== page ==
When we named the new InvestmentNews website focused on the defined-contribution market RPA Convergence, I’m not sure we knew exactly what convergence was or why it is so important. I have come to realize that convergence can enable the vast majority of employees who have limited wealth and little access to personalized advice to use their workplace platforms to transform their thinking and situations, leading to the transcendence — or at least improvement of — their financial and health issues. And it can help RPAs elevate their practices to the next level.
There is power in combining two things, just as working with another person brings new ideas and solutions. When three things like wealth, retirement and benefits are combined, the ideas and solutions expand exponentially. The power of three, or the trilogy, is a well-known concept in life, science and religion.
Before delving into the power of convergence at the workplace through 401(k) and 403(b) plans, let’s look at other examples.
I personally am exploring the convergence of mind, matter and spirit through yoga and meditation. Recently I have been thinking about the convergence of my work and spiritual life, and how each adds to the other.
Though some believe the present is all that exists, understanding the interplay of the past, present and future is healthy. We can learn from the past and make beneficial changes. We can plan for the future, but it is essential to be able to live in the now, experiencing the present, moment by moment, to see reality.
The problem people have in saving for retirement is that we think of our future selves as strangers. Why give up immediate gratification? This is why we must bring the future into the present for participants, learning lessons from the past.
DC plans bring together the distinct and sometimes divergent interests of three parties: the company, the participants and the retirement plan.
Though DC plans are more complicated in many ways than wealth management or financial planning, they can also yield much greater results and affect many more people.
Convergence at the workplace is a powerful way to deliver benefits at reduced costs. It is also a way to help people save for retirement through payroll-deducted, tax-efficient plans. People are 15 times more likely to save at the workplace than on their own.
Wellness, both physical and financial, is the convergence of helping people to be better savers, spenders and benefits users. Rather than the terms “financial wellness” or “retirement,” I prefer “financial freedom,” which is the ultimate goal.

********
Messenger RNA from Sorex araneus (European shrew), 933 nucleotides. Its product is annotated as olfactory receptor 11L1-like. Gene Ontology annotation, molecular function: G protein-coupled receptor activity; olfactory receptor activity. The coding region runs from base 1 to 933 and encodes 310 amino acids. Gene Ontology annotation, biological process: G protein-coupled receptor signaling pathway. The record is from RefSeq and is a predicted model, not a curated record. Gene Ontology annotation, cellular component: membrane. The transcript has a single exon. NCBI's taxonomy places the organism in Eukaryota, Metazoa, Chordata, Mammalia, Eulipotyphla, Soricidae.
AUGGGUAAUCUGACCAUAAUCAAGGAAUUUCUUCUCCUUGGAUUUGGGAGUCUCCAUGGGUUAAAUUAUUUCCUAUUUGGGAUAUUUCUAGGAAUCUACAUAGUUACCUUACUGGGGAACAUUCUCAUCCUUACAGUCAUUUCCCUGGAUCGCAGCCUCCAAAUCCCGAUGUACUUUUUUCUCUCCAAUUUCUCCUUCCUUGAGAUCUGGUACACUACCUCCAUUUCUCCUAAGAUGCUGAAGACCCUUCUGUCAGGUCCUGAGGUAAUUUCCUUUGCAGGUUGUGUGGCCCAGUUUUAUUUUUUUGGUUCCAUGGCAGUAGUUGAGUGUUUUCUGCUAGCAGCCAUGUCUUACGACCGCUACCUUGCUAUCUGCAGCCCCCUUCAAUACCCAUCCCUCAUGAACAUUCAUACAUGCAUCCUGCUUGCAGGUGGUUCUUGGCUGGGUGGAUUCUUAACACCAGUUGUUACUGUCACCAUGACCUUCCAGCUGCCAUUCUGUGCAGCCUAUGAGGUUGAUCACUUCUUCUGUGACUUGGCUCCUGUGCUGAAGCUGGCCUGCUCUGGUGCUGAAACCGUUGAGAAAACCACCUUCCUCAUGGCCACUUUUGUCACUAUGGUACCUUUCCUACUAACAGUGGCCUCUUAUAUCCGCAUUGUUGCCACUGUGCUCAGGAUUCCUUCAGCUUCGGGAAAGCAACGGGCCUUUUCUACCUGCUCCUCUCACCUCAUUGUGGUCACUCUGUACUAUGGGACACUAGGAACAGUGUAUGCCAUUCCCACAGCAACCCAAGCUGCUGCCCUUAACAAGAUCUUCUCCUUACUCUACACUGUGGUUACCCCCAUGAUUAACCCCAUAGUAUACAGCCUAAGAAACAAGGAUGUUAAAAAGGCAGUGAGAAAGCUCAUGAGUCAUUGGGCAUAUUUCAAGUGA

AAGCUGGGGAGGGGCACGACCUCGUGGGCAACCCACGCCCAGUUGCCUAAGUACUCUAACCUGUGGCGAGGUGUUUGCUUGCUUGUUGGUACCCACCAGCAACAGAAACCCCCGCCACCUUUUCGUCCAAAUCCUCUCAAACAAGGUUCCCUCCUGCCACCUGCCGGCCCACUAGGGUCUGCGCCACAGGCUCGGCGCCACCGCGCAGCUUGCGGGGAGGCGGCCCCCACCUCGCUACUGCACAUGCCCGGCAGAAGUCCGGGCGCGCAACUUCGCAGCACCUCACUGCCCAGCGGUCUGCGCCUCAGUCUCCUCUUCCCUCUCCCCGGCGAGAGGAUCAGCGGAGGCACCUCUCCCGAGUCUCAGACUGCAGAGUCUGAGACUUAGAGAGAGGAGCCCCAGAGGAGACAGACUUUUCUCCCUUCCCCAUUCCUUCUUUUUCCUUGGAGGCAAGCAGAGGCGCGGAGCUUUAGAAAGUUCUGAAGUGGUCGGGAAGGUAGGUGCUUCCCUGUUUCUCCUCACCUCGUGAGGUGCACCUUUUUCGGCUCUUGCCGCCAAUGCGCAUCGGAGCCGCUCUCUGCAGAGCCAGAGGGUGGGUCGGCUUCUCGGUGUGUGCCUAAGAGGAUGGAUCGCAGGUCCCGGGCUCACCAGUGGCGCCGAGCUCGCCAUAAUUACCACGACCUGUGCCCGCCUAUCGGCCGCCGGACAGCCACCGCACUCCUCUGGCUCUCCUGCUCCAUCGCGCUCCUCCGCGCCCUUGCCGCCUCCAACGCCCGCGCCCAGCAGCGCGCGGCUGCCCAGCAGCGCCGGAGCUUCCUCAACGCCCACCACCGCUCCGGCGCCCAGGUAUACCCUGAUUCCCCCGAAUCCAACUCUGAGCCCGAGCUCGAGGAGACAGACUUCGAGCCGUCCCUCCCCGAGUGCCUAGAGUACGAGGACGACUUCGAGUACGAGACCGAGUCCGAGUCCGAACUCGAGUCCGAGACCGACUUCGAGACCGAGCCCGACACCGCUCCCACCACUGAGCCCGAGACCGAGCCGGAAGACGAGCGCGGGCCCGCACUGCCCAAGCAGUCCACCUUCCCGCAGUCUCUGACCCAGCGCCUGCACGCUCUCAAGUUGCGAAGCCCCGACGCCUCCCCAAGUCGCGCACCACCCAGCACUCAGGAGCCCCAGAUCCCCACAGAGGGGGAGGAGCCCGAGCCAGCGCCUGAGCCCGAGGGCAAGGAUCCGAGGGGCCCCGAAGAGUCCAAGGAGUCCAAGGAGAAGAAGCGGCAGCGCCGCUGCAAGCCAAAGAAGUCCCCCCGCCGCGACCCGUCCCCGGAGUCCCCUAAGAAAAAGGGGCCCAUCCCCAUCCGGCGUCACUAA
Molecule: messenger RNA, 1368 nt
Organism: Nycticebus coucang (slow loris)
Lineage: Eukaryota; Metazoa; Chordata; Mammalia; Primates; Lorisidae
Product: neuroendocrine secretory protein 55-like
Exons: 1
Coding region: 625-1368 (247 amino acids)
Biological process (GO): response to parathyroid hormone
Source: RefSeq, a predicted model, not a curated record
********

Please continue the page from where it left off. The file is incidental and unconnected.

How do we get there?
First, there needs to be a convergence of providers, starting with record keepers, consultants or advisers, and the plan sponsor, to provide retirement and benefits plans along with other financial tools like emergency savings.
Science progresses only when people can think and explore without limitations imposed by politics, denial or embedded ignorance. That is aided by the communication of new ideas and the deployment of new technology.
The same is true for wellness.
We need to overcome conflicts of interest, inherent biases and special-interest lobbyists to uncover new truths. Research must be more academic, as seen with discoveries like the power of automatic enrollment. Technology like mobile apps and fintech will be imperative. And communications need to be transparent. That is why the convergence of InvestmentNews, which is known for its journalistic integrity, and The Retirement Advisor University, with its singular focus on the adviser-sold DC market, is an ideal partnership.
This convergence might seem theoretical, especially to retirement plan advisers trying to survive and grow, record keepers dealing with thin margins and employees coping with economic upheaval. But we make little progress if we focus just on retirement and the “Triple Fs,” or fees, funds and fiduciary.
RPAs should be transforming their practices to focus on the convergence of retirement, wealth and benefits, even if they are just starting to have the conversation with clients or rethinking their businesses.
As Oscar Wilde once wrote, “We are all in the gutter, but some of us are looking at the stars.”